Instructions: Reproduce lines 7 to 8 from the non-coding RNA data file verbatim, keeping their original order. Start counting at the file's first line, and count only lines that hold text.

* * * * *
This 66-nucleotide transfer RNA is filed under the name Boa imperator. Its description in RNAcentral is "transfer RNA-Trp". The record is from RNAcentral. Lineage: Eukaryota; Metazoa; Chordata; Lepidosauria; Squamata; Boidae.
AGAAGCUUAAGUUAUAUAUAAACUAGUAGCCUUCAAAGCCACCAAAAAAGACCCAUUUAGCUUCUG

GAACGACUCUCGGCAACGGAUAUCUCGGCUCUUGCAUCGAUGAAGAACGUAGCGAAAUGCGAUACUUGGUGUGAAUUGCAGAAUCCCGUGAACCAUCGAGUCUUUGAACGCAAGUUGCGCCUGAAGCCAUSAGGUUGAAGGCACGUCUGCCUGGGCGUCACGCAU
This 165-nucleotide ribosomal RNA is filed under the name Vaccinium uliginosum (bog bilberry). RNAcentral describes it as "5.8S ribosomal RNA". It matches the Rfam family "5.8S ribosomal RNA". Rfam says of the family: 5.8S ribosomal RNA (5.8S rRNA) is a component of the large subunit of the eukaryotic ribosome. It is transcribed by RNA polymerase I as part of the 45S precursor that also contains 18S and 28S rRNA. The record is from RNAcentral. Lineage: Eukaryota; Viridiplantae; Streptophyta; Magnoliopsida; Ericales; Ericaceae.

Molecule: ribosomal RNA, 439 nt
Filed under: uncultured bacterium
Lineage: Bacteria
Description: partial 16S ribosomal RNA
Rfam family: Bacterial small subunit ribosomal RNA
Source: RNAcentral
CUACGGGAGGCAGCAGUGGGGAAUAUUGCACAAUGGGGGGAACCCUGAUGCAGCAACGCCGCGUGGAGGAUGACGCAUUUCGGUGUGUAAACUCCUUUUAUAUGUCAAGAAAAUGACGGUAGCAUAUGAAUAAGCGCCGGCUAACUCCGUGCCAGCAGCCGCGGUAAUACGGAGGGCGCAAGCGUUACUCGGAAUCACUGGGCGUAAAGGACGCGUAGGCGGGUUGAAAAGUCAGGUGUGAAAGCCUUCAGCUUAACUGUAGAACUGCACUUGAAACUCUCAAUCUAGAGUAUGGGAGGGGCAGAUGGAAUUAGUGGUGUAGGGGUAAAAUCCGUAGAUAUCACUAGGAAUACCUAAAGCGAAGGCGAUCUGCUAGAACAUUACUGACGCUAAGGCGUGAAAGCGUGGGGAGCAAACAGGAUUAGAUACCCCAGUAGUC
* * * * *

Lineage: Bacteria
Description: partial 16S ribosomal RNA